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P&O Ferries: another vessel detained after ‘deficiencies’ identified

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Show caption The Spirit of Britain, which is based at Dover, has been detained by the Maritime and Coastguard Agency. Photograph: Gareth Fuller/PA P&O Ferries P&O Ferries: another vessel detained after ‘deficiencies’ identified Decision over Spirit of Britain comes as firm planned to resume cross-Channel services for Easter weekend Mark Sweney @marksweney Wed 13 Apr 2022 09.42 BST Share on Facebook

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Another P&O Ferries vessel has been detained after surveyors identified “a number of deficiencies”, casting doubt on the firm’s plans to restart the Dover-Calais route before Easter.

The Spirit of Britain, based at Dover, has been detained by the Maritime and Coastguard Agency (MCA) and will not be released until a further inspection is carried out.

A spokesperson for the MCA said: “We have advised P&O to invite us back once they have addressed the issues. We do not know yet when this will be.”

The detention of the vessel comes as P&O planned to resume cross-Channel services between Dover and Calais for the Easter weekend.

The Spirit of Britain will not be able to return until the MCA is satisfied that the ferries “fulfil the requirement of the Port State Control regime and are safe to put to sea”.

The MCA is inspecting all eight of P&O Ferries’ vessels after the company sacked all 800 of its UK workforce, replacing them with cheaper foreign agency workers.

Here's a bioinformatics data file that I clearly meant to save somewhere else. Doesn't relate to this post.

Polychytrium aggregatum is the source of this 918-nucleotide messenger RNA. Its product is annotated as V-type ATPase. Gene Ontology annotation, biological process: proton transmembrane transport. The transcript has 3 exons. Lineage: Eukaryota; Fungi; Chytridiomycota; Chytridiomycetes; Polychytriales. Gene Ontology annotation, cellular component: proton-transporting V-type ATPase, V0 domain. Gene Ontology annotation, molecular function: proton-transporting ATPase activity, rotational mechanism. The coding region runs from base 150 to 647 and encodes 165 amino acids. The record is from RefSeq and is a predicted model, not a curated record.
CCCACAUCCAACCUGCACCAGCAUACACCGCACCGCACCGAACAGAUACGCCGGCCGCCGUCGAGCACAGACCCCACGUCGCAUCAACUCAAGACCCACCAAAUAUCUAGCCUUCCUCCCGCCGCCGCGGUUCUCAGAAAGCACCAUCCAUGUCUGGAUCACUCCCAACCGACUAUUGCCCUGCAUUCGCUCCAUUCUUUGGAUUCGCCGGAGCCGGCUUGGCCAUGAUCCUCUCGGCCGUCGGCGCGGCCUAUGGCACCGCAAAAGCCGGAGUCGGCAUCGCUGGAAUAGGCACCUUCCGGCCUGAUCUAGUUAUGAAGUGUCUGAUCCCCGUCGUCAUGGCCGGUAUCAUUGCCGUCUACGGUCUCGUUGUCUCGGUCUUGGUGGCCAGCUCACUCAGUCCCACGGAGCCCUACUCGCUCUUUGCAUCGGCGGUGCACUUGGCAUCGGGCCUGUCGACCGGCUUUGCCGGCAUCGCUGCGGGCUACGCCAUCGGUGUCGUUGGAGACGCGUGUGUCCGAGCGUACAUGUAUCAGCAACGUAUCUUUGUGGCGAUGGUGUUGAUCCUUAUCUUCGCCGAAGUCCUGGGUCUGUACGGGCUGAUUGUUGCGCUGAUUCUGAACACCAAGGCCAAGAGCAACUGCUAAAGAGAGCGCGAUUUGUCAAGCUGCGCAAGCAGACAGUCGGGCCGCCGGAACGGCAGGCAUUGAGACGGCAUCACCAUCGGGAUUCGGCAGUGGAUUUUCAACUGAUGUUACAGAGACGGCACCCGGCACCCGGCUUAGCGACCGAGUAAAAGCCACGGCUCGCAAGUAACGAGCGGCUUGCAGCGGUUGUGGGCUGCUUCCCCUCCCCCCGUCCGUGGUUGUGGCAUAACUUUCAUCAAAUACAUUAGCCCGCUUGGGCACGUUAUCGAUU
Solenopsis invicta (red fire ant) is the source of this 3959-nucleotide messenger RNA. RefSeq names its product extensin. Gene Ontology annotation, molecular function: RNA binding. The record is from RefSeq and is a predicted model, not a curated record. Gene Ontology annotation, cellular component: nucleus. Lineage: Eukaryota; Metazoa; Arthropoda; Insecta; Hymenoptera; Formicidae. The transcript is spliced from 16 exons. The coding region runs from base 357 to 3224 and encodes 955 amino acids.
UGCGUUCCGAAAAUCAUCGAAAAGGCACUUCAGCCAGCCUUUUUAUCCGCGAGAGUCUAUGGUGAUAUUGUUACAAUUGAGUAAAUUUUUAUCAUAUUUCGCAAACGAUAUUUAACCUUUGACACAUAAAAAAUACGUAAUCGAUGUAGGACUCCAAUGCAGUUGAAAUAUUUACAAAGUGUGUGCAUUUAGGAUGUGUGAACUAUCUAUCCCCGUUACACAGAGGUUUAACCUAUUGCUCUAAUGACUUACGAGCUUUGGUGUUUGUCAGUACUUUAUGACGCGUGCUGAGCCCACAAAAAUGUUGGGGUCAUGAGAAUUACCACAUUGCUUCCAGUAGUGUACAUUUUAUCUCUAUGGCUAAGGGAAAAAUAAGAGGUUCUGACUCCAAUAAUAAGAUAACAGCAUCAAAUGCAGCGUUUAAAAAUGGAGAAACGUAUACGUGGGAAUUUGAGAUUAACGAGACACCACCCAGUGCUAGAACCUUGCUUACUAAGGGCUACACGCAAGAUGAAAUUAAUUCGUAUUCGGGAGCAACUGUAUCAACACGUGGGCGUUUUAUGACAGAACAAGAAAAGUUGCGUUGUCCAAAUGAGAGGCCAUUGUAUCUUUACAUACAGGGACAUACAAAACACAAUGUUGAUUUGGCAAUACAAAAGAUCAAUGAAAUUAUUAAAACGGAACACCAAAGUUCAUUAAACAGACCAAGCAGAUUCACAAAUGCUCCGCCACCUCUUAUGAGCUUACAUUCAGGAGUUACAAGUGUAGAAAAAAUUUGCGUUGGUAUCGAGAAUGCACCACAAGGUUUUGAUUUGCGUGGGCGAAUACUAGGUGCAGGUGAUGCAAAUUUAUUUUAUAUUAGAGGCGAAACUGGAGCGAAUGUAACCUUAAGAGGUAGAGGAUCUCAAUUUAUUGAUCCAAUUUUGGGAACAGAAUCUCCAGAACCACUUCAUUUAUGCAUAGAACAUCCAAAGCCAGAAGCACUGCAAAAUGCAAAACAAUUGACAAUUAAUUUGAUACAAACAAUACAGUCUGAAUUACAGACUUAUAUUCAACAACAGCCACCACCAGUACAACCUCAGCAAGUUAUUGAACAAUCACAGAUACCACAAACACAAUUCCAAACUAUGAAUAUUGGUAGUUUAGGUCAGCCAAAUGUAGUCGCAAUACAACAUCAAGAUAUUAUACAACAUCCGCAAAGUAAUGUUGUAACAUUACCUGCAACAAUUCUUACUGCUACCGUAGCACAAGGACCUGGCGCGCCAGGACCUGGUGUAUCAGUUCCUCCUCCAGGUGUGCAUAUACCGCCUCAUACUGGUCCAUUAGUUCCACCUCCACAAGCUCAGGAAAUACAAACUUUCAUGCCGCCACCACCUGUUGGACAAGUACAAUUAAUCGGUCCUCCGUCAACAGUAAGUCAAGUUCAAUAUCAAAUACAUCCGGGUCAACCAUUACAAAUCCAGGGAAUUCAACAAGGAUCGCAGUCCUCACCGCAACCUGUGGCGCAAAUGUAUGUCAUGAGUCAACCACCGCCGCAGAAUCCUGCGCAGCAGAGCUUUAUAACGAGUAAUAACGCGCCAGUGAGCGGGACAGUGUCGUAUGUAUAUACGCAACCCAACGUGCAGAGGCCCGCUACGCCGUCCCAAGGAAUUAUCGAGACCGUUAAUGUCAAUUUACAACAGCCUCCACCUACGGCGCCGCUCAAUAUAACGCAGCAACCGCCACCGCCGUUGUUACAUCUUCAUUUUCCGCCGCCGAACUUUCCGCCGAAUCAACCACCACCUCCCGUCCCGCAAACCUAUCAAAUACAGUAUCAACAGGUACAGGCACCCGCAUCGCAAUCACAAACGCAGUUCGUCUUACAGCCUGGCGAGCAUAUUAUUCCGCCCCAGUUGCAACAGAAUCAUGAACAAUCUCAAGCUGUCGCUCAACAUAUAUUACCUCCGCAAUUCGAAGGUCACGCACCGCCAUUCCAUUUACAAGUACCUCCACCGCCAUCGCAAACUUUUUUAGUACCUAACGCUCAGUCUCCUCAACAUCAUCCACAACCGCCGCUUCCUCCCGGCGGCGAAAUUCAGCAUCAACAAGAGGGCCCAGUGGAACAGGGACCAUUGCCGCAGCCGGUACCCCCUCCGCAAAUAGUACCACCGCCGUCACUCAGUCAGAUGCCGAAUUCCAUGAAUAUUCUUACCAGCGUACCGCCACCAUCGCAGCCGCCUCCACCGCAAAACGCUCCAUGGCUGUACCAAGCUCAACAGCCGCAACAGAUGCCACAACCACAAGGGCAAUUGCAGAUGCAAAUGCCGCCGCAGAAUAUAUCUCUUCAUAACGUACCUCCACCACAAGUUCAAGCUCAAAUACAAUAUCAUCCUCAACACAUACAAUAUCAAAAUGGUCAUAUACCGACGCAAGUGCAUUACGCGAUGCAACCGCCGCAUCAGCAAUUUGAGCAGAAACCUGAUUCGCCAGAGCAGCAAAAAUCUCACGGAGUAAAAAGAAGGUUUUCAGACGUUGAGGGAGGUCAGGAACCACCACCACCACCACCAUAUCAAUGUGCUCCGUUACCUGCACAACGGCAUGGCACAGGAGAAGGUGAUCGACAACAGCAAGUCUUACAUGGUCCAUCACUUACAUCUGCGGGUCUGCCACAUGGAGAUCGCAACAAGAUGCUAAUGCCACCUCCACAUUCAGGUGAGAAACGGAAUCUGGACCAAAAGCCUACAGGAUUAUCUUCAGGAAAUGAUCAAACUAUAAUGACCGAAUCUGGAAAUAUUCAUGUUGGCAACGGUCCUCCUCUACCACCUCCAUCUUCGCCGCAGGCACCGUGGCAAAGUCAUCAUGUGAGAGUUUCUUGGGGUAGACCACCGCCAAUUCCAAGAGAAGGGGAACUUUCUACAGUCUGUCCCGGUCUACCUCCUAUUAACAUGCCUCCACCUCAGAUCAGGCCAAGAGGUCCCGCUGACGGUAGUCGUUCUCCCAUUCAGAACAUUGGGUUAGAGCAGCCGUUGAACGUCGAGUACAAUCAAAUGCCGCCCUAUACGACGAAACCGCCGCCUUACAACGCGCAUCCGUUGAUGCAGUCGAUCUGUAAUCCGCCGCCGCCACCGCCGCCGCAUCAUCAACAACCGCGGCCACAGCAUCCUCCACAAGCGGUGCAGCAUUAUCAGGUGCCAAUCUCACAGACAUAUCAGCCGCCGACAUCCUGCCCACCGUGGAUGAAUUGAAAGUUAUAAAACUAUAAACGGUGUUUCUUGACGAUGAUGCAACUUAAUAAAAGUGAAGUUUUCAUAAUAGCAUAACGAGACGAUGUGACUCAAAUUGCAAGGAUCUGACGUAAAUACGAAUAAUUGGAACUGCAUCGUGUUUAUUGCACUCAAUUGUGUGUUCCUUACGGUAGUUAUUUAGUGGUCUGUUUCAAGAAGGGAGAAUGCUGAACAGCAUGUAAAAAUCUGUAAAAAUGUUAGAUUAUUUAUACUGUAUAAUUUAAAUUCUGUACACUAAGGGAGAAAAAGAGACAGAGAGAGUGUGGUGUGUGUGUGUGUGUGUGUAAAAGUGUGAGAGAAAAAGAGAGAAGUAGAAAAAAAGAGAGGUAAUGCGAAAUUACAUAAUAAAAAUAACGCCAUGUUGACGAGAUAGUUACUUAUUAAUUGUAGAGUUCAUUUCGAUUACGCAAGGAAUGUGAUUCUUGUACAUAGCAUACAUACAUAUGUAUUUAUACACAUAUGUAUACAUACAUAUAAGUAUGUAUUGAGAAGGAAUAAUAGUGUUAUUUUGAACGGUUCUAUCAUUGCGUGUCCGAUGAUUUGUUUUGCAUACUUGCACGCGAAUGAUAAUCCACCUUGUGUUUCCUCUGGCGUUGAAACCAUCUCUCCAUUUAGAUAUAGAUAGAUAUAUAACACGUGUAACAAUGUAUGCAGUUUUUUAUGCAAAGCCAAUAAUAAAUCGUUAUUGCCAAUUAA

The Pride of Kent – another vessel used on the Dover-Calais route – was detained on 28 March after failing a safety inspection. The MCA said on Wednesday that it was reinspecting the vessel to assess whether it was safe to resume sailings from Dover.

The European Causeway, which runs from Cairnryan in Scotland to Larne in Northern Ireland, was detained last month over crew training concerns but was reinspected and cleared to sail earlier this week. The Pride of Hull, which runs from the Humber port to Rotterdam, has been cleared to sail.

P&O Ferries has accused the MCA of carrying out inspections with “an unprecedented level of rigour”. In response, the agency said it worked “in exactly the same robust way” for every ship.

The lack of ferries comes amid warnings of widespread travel disruption at Dover and other ports in Kent in the run-up to the Easter weekend.

Last week, UK customs officials admitted they were battling to resolve an outage in a key post-Brexit IT system, with drivers complaining that the malfunction was adding to long delays for freight traffic trying to cross the Channel.

Logistics UK has called for a “rapid reinstatement of full ferry capacity” before the Easter weekend to help reduce long lorry queues.